Media coverage

The real-time resolution of communicative problems is one of the most impressive features of human language, unique to our species and frequently used. We’ve studied this system in a global sample of languages and found linguistic universals of a new kind: strong commonalities in the methods used for ‘repairing’ conversations, and in the principles of their use. This page keeps track of some of the media coverage our work attracted.

Check out and Impactstory for automatically updated listings of impact and media coverage.

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The Atlantic — ‘What did you say? A new study shows that people everywhere navigate potential misunderstandings in roughly the same three ways’ (by Olga Khazan)

NPR 13.7 — ‘[Researchers] have uncovered a whole other kind of linguistic universal’ (by Alva Nöe, Philosophy, UC Berkeley)

Público — ‘The tree universal ways to prevent conversation from getting off track’ (by Ana Gerschenfeldt)

The Conversation — ‘From ‘Huh?’ to ‘Who?’: the universal utterances that keep us talking’ (by Nick Enfield)

MentalFloss — ‘This conversational strategy may be universal’ (by Arika Okrent)

Dutch (Nederlands)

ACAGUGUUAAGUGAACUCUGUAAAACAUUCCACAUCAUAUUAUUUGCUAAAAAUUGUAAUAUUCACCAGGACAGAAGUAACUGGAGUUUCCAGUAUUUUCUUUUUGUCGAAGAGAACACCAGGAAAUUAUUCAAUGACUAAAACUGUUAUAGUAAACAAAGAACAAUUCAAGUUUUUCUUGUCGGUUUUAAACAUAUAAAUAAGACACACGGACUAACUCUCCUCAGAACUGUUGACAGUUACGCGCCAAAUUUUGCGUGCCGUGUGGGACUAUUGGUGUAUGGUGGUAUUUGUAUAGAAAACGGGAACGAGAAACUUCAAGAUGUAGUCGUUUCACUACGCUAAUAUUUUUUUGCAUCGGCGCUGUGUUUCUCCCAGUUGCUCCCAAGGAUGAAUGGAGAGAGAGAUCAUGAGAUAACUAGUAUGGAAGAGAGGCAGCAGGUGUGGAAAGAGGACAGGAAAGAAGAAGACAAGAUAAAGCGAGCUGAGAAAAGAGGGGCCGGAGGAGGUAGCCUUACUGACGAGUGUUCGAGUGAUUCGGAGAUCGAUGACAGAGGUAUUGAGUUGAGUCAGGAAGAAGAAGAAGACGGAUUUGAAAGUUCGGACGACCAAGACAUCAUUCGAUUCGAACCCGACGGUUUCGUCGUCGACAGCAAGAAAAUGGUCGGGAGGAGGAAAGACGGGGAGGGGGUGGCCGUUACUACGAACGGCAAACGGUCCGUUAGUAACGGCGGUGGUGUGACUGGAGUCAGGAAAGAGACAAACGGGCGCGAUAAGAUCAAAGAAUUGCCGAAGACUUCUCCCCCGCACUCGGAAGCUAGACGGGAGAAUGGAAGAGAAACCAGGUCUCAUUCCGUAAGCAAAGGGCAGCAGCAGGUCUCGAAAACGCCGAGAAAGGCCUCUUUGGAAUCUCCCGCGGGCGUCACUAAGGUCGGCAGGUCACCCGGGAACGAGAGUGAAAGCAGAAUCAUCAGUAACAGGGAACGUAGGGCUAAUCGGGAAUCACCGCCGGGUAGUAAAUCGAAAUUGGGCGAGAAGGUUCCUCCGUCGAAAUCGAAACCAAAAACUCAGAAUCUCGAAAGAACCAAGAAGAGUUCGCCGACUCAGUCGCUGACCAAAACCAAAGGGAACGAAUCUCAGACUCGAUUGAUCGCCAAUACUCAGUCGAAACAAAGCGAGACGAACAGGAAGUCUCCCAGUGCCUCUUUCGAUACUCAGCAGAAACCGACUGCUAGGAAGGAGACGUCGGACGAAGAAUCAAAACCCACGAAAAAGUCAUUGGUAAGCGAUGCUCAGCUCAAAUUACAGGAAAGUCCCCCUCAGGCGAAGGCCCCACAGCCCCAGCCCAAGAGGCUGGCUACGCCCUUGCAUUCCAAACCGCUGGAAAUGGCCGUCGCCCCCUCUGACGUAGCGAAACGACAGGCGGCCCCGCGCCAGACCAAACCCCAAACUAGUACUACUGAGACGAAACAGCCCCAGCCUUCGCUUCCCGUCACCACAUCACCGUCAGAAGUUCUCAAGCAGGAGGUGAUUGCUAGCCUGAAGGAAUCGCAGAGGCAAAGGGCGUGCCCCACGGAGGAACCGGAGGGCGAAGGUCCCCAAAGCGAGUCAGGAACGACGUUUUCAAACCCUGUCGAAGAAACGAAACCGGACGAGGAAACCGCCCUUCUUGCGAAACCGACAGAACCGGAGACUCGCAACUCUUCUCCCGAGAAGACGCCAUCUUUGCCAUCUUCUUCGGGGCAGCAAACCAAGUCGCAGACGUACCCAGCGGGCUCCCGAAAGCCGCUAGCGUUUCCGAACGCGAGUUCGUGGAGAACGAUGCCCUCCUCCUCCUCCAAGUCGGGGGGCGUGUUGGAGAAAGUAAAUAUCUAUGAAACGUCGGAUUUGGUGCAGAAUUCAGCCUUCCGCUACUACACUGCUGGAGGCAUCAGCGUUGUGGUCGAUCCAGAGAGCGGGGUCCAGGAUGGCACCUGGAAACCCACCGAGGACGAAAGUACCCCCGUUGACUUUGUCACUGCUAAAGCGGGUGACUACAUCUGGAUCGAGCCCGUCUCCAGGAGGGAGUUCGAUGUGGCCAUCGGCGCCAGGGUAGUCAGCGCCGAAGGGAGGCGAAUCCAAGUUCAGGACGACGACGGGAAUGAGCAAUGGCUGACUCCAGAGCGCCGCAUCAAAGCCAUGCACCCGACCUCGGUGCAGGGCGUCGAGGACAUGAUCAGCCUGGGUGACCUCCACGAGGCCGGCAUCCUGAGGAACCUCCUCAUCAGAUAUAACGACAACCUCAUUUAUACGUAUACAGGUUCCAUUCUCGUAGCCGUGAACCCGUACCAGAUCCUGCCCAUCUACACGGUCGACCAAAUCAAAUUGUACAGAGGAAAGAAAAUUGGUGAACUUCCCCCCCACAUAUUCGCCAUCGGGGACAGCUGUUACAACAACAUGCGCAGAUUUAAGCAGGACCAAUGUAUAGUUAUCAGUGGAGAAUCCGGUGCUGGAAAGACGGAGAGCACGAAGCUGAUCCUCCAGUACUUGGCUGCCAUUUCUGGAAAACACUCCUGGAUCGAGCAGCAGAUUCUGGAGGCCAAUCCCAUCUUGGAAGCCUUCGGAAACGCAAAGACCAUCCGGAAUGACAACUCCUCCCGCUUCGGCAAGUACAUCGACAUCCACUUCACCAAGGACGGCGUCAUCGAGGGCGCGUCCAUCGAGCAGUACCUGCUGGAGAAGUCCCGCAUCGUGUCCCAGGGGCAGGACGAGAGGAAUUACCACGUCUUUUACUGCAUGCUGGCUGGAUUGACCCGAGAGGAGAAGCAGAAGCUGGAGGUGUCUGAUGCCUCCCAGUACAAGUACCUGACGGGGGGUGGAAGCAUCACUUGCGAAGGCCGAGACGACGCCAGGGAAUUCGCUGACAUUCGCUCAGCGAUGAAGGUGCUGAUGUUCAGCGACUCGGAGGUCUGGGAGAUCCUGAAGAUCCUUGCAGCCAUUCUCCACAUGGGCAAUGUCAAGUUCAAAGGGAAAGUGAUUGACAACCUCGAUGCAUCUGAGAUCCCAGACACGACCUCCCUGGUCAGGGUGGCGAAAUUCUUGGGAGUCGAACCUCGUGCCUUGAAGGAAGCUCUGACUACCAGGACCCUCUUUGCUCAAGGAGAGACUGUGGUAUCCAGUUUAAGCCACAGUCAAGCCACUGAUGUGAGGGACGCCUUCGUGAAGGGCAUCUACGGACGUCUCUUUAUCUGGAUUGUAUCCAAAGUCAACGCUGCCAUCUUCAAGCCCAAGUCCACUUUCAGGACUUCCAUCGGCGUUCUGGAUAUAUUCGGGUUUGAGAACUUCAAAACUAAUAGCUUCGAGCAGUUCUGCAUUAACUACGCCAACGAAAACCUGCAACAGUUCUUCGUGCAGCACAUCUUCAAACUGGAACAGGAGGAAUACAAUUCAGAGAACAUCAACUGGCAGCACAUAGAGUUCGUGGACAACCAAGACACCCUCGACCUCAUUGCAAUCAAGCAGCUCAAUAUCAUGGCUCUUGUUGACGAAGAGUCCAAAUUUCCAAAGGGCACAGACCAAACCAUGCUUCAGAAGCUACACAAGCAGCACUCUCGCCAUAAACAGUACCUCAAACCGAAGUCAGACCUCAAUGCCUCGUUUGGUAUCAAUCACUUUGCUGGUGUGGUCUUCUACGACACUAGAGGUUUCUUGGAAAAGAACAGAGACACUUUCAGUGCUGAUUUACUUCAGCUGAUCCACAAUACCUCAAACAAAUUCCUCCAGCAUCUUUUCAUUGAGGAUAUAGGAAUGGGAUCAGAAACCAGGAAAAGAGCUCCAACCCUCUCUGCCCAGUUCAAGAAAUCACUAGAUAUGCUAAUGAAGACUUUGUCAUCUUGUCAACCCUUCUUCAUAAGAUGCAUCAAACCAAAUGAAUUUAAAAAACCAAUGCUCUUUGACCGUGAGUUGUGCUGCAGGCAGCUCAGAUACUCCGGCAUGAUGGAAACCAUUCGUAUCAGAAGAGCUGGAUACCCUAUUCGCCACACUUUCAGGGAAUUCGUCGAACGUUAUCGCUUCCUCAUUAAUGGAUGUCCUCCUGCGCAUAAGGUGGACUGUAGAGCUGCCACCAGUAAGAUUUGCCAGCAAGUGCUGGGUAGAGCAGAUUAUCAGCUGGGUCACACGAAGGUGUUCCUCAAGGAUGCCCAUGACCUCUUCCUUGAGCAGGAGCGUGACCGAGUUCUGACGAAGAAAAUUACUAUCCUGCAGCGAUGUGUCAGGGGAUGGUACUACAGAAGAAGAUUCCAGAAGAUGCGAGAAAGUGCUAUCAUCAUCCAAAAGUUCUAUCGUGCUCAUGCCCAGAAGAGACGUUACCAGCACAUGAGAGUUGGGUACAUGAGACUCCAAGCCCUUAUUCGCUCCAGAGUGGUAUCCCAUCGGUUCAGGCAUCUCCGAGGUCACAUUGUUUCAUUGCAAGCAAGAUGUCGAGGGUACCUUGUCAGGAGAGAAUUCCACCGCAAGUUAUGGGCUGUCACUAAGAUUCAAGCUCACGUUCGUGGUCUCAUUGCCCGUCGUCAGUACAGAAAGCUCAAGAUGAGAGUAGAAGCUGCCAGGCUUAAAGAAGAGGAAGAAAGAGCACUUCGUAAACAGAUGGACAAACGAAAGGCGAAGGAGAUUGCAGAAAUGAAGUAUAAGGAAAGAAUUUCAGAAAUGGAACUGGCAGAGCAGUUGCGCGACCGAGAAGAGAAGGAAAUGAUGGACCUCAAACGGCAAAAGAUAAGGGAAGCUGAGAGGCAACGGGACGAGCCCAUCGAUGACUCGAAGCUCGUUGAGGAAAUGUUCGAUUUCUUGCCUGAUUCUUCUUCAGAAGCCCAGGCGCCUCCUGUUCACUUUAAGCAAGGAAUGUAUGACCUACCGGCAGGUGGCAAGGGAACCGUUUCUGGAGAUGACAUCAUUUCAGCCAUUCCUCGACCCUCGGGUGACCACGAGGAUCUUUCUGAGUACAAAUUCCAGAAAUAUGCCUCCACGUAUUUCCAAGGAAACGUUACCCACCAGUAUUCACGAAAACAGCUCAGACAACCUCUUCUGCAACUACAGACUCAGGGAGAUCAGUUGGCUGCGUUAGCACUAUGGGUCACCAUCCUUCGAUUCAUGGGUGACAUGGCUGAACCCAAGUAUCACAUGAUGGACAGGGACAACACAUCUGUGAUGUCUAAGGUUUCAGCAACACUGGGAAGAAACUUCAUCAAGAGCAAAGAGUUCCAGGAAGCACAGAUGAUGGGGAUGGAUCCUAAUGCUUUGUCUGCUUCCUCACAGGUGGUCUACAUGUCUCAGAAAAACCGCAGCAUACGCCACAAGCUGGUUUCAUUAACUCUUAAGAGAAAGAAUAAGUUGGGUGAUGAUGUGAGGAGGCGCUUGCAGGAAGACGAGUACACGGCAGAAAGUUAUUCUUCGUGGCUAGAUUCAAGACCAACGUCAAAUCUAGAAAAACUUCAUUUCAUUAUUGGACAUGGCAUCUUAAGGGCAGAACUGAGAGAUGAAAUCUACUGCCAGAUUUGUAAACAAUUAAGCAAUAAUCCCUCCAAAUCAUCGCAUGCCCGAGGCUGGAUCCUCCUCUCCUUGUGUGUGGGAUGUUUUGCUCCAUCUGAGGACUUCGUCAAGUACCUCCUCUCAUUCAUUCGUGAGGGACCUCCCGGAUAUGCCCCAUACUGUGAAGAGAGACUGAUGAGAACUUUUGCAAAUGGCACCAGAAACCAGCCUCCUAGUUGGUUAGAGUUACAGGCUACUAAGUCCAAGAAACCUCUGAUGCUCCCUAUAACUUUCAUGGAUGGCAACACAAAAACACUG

NRC — ‘Universele gespreksreparatie gaat zo‘ (Hendrik Spiering)

Volkskrant — ‘De universele remedie tegen misverstanden’ (Maarten Keulemans)

De Standaard — ‘Om de 90 seconden vragen we verduidelijking in een gesprek‘ (Guy Stevens)

Kennislink — ‘Reparatie van gesprekken gaat overal ter wereld hetzelfde’ (Erica Renckens)

Neder-L — ‘Geen vijf minuten praten zonder dat er iemand om opheldering vraagt‘ (Marc van Oostendorp)

AD — ‘We zeggen om de 90 seconden hè, wie of wat‘ (Harm Graat) — ‘Mensen vragen elke 90 seconden opheldering in gesprek‘ (Dennis Rijnvis)

Metro — ‘We willen elke 90 seconden opheldering in gesprek‘ (Zoë Boven)

NOS — ‘Hè? Huh? Sorry, wat zei je?‘ (N.N.)

NPO Wetenschap — ‘Hè? Mensen vragen elke 90 seconden om opheldering‘ (Bouwe van Straten)